Suffering happens. Every one of us who live beyond the first week of life will experience suffering. It is as inevitable as death and God’s presence.
Yet we spend most of our lives and energies fleeing from it. We work most of our day to make money so that we can live comfortable lives, so that our families can live comfortable lives, and so that we can avoid the suffering of poverty. For those who work not for money but for purpose and meaning, we are seeking to avoid meaninglessness. We have nice houses to protect us, nice cars to help us feel good about ourselves, and even attend churches that don’t talk about suffering except to alleviate it. We run from pain, see sickness and death as enemies to be conquered, and do everything we can make our lives free of suffering.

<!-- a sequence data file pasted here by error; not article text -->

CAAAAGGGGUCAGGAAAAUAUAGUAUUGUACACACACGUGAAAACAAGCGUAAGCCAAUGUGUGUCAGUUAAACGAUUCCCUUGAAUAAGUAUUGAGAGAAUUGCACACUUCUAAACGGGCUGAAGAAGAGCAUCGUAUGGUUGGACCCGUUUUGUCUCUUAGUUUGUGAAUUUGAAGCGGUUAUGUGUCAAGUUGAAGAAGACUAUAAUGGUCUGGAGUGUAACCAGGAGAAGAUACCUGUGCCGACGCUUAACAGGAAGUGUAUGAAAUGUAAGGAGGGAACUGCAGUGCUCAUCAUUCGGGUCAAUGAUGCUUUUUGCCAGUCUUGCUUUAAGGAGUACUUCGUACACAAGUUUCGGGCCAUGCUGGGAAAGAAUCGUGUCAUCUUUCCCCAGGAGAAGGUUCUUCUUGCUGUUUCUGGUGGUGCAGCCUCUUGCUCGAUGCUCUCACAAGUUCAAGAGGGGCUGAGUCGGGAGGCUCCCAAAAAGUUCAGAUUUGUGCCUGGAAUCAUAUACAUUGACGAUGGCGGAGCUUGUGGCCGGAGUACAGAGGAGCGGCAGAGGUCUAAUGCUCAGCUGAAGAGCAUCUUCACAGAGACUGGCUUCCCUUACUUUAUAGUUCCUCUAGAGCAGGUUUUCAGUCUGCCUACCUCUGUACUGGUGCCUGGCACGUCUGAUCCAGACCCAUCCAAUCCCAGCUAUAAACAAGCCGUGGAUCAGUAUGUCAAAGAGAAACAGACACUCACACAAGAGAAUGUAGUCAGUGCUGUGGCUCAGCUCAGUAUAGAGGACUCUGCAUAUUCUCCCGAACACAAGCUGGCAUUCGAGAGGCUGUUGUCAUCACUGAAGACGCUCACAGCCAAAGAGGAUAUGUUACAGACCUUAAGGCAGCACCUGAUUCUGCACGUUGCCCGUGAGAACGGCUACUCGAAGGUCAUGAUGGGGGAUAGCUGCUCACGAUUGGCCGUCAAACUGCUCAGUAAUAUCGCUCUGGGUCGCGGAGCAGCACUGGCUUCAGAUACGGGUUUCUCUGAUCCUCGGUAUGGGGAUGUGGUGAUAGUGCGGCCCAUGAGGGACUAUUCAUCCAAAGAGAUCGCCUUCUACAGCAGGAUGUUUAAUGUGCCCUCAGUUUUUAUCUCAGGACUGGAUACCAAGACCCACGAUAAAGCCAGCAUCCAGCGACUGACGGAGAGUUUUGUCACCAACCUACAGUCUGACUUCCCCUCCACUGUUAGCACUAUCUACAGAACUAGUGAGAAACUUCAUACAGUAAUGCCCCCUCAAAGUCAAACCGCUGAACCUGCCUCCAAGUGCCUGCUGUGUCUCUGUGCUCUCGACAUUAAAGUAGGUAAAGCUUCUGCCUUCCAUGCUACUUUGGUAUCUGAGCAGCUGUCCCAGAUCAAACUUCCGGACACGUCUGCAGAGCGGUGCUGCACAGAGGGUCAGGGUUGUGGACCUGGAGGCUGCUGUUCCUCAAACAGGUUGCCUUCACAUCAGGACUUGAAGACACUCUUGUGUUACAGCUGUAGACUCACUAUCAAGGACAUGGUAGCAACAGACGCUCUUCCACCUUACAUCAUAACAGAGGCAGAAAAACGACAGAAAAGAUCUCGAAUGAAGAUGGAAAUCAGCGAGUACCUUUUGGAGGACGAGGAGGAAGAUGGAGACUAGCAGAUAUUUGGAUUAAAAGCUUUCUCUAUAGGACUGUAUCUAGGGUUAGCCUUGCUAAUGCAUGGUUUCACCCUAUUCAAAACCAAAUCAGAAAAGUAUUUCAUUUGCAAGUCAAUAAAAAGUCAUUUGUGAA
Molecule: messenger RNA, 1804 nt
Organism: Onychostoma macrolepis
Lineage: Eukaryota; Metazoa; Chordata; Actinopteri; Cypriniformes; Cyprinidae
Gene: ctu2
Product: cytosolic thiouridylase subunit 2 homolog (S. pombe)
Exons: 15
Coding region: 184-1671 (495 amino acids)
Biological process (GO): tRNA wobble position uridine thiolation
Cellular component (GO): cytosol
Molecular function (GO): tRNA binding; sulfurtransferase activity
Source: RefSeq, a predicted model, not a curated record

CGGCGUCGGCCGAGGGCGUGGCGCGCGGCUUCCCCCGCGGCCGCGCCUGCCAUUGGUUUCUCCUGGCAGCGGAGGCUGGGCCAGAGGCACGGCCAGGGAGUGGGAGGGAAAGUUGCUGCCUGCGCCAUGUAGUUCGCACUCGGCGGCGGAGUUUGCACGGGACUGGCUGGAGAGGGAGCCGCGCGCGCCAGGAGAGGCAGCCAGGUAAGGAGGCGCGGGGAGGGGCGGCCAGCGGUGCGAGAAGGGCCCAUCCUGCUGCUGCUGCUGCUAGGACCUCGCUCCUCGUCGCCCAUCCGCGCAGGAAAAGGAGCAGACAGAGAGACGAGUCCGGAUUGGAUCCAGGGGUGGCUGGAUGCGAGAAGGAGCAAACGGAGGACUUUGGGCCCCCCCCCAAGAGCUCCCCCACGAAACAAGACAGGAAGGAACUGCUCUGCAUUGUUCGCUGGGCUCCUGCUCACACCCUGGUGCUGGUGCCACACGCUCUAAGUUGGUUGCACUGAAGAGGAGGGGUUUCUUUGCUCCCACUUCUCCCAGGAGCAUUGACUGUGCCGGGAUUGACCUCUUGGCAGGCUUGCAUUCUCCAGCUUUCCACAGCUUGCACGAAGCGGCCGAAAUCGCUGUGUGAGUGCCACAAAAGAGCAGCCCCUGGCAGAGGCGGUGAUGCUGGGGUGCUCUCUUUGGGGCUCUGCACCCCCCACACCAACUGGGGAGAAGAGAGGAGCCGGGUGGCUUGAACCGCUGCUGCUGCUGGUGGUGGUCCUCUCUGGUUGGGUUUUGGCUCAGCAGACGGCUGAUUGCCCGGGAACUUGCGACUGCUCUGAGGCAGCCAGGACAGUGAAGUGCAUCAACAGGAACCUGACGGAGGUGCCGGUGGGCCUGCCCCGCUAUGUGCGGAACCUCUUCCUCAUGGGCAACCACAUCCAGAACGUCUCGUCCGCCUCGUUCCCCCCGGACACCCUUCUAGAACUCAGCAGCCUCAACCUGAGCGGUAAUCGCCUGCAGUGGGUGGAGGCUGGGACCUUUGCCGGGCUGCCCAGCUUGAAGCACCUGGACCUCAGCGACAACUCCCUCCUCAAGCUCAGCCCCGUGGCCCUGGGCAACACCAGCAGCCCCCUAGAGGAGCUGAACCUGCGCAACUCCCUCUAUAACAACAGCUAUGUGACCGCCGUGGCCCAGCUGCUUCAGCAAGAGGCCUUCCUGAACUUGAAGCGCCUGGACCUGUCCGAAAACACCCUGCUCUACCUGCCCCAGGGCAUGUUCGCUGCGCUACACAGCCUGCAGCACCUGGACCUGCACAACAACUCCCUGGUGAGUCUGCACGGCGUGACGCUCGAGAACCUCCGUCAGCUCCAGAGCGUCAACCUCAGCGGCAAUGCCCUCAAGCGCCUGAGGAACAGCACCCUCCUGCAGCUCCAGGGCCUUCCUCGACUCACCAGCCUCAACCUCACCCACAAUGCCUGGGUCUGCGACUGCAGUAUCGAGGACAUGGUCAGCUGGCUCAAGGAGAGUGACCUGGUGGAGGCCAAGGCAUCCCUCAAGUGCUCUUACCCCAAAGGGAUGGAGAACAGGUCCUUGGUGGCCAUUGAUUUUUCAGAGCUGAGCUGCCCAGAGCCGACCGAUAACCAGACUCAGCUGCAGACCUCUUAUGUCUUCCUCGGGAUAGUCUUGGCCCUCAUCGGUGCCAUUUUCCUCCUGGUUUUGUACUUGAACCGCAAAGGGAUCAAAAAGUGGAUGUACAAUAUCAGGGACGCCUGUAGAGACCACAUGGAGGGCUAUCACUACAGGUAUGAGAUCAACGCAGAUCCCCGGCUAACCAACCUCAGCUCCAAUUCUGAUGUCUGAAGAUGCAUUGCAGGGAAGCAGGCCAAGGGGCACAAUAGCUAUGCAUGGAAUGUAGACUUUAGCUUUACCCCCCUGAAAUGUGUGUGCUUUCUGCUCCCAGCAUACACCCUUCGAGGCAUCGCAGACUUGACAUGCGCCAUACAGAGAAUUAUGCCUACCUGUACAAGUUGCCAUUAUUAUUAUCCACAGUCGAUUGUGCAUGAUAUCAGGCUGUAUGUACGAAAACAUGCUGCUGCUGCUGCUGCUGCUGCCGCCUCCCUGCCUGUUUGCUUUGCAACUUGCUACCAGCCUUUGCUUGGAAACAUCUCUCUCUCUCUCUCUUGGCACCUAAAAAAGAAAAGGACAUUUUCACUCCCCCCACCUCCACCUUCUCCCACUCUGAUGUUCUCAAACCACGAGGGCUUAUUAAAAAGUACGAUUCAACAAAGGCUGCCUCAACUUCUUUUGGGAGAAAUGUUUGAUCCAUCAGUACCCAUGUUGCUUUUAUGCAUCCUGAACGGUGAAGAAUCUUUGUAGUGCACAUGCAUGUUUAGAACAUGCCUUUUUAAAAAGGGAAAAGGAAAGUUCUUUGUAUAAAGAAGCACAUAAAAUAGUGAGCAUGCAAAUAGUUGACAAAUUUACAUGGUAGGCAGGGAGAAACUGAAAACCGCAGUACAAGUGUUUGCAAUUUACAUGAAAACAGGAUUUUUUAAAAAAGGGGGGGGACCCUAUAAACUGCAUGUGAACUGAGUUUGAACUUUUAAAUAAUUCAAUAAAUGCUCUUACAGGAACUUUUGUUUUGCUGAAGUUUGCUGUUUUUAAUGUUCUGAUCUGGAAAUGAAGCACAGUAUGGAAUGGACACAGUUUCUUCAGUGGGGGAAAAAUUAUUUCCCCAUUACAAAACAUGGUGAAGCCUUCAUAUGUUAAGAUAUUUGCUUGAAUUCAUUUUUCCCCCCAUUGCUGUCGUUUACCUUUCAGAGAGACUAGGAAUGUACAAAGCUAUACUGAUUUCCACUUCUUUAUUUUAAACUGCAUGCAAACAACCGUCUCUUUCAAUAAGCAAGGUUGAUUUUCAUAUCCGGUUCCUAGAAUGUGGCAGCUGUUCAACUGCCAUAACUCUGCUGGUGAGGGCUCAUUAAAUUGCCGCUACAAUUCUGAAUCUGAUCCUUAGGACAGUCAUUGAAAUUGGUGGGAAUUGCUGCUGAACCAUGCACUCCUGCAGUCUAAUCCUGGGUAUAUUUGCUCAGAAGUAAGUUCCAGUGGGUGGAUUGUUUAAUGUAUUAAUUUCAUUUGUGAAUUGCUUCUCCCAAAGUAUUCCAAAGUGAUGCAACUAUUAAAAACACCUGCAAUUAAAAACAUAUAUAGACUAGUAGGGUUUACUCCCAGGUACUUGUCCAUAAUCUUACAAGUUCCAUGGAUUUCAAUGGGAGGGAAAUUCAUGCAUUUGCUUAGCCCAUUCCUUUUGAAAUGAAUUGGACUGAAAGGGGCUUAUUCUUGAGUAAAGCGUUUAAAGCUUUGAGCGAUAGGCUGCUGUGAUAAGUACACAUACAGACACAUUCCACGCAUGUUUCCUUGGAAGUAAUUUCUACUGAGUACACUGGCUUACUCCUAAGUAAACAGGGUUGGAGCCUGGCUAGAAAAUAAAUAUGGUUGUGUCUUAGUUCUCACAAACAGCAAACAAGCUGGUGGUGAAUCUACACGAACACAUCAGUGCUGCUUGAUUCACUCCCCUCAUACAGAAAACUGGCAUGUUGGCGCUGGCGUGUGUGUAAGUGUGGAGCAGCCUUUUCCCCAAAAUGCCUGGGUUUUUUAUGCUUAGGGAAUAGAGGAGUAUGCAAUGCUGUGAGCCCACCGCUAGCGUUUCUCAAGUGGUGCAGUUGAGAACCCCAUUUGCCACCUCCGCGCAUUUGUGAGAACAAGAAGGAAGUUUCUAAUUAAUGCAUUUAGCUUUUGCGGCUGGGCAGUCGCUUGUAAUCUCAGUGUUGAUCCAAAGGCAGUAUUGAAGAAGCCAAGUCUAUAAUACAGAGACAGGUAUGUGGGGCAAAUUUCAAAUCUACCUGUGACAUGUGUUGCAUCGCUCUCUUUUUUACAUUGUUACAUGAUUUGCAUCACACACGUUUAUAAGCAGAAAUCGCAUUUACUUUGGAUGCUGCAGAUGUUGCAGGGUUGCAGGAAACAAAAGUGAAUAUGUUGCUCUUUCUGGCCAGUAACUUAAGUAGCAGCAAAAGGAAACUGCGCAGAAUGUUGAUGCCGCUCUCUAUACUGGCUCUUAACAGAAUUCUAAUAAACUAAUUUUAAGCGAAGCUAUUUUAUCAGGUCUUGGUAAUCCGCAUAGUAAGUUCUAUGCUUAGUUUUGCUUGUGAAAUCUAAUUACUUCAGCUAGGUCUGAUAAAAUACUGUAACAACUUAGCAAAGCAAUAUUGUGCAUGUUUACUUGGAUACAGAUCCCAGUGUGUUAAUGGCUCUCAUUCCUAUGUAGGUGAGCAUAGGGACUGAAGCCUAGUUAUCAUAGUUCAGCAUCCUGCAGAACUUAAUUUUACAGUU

And so we sit in church and wonder why it is so hard to have faith. Why doesn’t this sink in? Why do I doubt? Why doesn’t it matter more in my life like its supposed to? How can church be a sideline of my life, something I do but not really something I am?
The bible was written to and for a suffering people. The gospel is a message of hope for the downtrodden and wounded. Slaves, the oppressed, the poor, the diseased, the dying… it was to the suffering that the bible was originally written and the message of it is one of hope for the future.
We can’t put God truly first in our lives because we don’t need Him. We have managed to alleviate most of our suffering on our own through our privilege and so a message of a better life to come doesn’t mean much. Salvation is the act of being saved, but for we who do not know suffering, what is there for us to be saved from?
Only those who know suffering can truly understand the gospel. This is why the hardest group to share Jesus with is not atheists or Muslims or the young or the old, but the wealthy and “righteous”. It is they who do not know true suffering and so it is they (we) who have the hardest time with salvation.